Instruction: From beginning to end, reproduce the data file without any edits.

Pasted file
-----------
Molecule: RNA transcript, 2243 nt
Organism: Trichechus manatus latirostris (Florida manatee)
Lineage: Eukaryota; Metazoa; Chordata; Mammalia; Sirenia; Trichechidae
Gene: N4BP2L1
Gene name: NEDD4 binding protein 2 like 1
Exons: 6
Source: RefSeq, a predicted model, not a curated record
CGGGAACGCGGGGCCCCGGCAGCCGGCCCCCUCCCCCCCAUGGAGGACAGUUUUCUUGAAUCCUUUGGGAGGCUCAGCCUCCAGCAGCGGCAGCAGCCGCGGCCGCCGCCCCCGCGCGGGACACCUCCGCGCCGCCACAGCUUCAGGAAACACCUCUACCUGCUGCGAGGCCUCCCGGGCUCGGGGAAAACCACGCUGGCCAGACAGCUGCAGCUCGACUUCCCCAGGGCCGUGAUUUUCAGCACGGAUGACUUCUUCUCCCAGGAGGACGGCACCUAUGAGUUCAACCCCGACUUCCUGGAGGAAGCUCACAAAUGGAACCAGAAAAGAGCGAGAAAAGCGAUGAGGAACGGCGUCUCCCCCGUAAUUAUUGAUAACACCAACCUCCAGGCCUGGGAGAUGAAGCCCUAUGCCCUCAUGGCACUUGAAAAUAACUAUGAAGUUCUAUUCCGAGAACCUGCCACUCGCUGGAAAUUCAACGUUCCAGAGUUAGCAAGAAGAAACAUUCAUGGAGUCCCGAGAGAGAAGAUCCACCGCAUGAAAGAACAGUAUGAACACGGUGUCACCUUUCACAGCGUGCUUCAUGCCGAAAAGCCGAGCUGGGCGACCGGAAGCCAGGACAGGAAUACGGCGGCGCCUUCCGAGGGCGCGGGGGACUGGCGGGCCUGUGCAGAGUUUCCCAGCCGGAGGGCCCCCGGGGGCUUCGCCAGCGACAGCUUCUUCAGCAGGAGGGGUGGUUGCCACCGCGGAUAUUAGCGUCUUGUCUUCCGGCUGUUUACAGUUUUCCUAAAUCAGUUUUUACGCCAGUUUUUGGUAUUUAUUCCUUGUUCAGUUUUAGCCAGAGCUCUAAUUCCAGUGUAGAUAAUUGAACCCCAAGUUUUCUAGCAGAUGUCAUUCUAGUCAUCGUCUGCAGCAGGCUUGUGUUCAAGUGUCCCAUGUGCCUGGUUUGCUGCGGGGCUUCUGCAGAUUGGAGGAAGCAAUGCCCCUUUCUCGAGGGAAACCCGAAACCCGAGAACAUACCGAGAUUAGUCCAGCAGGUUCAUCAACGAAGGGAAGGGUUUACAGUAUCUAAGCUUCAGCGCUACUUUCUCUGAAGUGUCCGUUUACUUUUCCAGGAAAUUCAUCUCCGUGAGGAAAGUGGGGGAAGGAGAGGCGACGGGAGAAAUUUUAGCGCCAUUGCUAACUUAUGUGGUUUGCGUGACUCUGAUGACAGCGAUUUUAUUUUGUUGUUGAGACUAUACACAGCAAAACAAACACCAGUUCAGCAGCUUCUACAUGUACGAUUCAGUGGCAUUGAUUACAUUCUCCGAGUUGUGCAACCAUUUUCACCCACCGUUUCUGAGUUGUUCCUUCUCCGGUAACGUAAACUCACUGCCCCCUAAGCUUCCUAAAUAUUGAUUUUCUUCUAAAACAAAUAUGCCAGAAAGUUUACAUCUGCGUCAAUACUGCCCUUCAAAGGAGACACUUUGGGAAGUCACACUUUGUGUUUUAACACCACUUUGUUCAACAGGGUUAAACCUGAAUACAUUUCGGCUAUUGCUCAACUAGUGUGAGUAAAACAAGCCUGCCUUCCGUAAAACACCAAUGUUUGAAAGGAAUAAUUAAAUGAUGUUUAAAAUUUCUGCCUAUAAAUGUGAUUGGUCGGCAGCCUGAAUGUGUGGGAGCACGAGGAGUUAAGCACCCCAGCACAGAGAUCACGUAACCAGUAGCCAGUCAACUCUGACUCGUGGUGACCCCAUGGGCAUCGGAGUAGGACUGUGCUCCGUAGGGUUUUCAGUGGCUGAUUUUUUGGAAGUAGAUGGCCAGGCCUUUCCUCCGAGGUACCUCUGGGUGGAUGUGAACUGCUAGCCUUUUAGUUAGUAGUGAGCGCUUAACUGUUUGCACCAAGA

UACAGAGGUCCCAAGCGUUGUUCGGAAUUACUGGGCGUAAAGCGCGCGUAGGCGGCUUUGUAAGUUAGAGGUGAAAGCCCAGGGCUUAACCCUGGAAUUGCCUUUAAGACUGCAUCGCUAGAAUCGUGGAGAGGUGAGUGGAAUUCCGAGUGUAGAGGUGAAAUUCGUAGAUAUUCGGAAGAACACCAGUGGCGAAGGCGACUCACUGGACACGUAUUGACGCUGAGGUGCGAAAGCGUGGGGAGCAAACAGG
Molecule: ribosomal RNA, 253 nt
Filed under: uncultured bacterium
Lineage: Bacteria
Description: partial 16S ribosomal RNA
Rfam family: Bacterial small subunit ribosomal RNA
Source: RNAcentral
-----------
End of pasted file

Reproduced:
Molecule: RNA transcript, 2243 nt
Organism: Trichechus manatus latirostris (Florida manatee)
Lineage: Eukaryota; Metazoa; Chordata; Mammalia; Sirenia; Trichechidae
Gene: N4BP2L1
Gene name: NEDD4 binding protein 2 like 1
Exons: 6
Source: RefSeq, a predicted model, not a curated record
CGGGAACGCGGGGCCCCGGCAGCCGGCCCCCUCCCCCCCAUGGAGGACAGUUUUCUUGAAUCCUUUGGGAGGCUCAGCCUCCAGCAGCGGCAGCAGCCGCGGCCGCCGCCCCCGCGCGGGACACCUCCGCGCCGCCACAGCUUCAGGAAACACCUCUACCUGCUGCGAGGCCUCCCGGGCUCGGGGAAAACCACGCUGGCCAGACAGCUGCAGCUCGACUUCCCCAGGGCCGUGAUUUUCAGCACGGAUGACUUCUUCUCCCAGGAGGACGGCACCUAUGAGUUCAACCCCGACUUCCUGGAGGAAGCUCACAAAUGGAACCAGAAAAGAGCGAGAAAAGCGAUGAGGAACGGCGUCUCCCCCGUAAUUAUUGAUAACACCAACCUCCAGGCCUGGGAGAUGAAGCCCUAUGCCCUCAUGGCACUUGAAAAUAACUAUGAAGUUCUAUUCCGAGAACCUGCCACUCGCUGGAAAUUCAACGUUCCAGAGUUAGCAAGAAGAAACAUUCAUGGAGUCCCGAGAGAGAAGAUCCACCGCAUGAAAGAACAGUAUGAACACGGUGUCACCUUUCACAGCGUGCUUCAUGCCGAAAAGCCGAGCUGGGCGACCGGAAGCCAGGACAGGAAUACGGCGGCGCCUUCCGAGGGCGCGGGGGACUGGCGGGCCUGUGCAGAGUUUCCCAGCCGGAGGGCCCCCGGGGGCUUCGCCAGCGACAGCUUCUUCAGCAGGAGGGGUGGUUGCCACCGCGGAUAUUAGCGUCUUGUCUUCCGGCUGUUUACAGUUUUCCUAAAUCAGUUUUUACGCCAGUUUUUGGUAUUUAUUCCUUGUUCAGUUUUAGCCAGAGCUCUAAUUCCAGUGUAGAUAAUUGAACCCCAAGUUUUCUAGCAGAUGUCAUUCUAGUCAUCGUCUGCAGCAGGCUUGUGUUCAAGUGUCCCAUGUGCCUGGUUUGCUGCGGGGCUUCUGCAGAUUGGAGGAAGCAAUGCCCCUUUCUCGAGGGAAACCCGAAACCCGAGAACAUACCGAGAUUAGUCCAGCAGGUUCAUCAACGAAGGGAAGGGUUUACAGUAUCUAAGCUUCAGCGCUACUUUCUCUGAAGUGUCCGUUUACUUUUCCAGGAAAUUCAUCUCCGUGAGGAAAGUGGGGGAAGGAGAGGCGACGGGAGAAAUUUUAGCGCCAUUGCUAACUUAUGUGGUUUGCGUGACUCUGAUGACAGCGAUUUUAUUUUGUUGUUGAGACUAUACACAGCAAAACAAACACCAGUUCAGCAGCUUCUACAUGUACGAUUCAGUGGCAUUGAUUACAUUCUCCGAGUUGUGCAACCAUUUUCACCCACCGUUUCUGAGUUGUUCCUUCUCCGGUAACGUAAACUCACUGCCCCCUAAGCUUCCUAAAUAUUGAUUUUCUUCUAAAACAAAUAUGCCAGAAAGUUUACAUCUGCGUCAAUACUGCCCUUCAAAGGAGACACUUUGGGAAGUCACACUUUGUGUUUUAACACCACUUUGUUCAACAGGGUUAAACCUGAAUACAUUUCGGCUAUUGCUCAACUAGUGUGAGUAAAACAAGCCUGCCUUCCGUAAAACACCAAUGUUUGAAAGGAAUAAUUAAAUGAUGUUUAAAAUUUCUGCCUAUAAAUGUGAUUGGUCGGCAGCCUGAAUGUGUGGGAGCACGAGGAGUUAAGCACCCCAGCACAGAGAUCACGUAACCAGUAGCCAGUCAACUCUGACUCGUGGUGACCCCAUGGGCAUCGGAGUAGGACUGUGCUCCGUAGGGUUUUCAGUGGCUGAUUUUUUGGAAGUAGAUGGCCAGGCCUUUCCUCCGAGGUACCUCUGGGUGGAUGUGAACUGCUAGCCUUUUAGUUAGUAGUGAGCGCUUAACUGUUUGCACCAAGA

UACAGAGGUCCCAAGCGUUGUUCGGAAUUACUGGGCGUAAAGCGCGCGUAGGCGGCUUUGUAAGUUAGAGGUGAAAGCCCAGGGCUUAACCCUGGAAUUGCCUUUAAGACUGCAUCGCUAGAAUCGUGGAGAGGUGAGUGGAAUUCCGAGUGUAGAGGUGAAAUUCGUAGAUAUUCGGAAGAACACCAGUGGCGAAGGCGACUCACUGGACACGUAUUGACGCUGAGGUGCGAAAGCGUGGGGAGCAAACAGG
Molecule: ribosomal RNA, 253 nt
Filed under: uncultured bacterium
Lineage: Bacteria
Description: partial 16S ribosomal RNA
Rfam family: Bacterial small subunit ribosomal RNA
Source: RNAcentral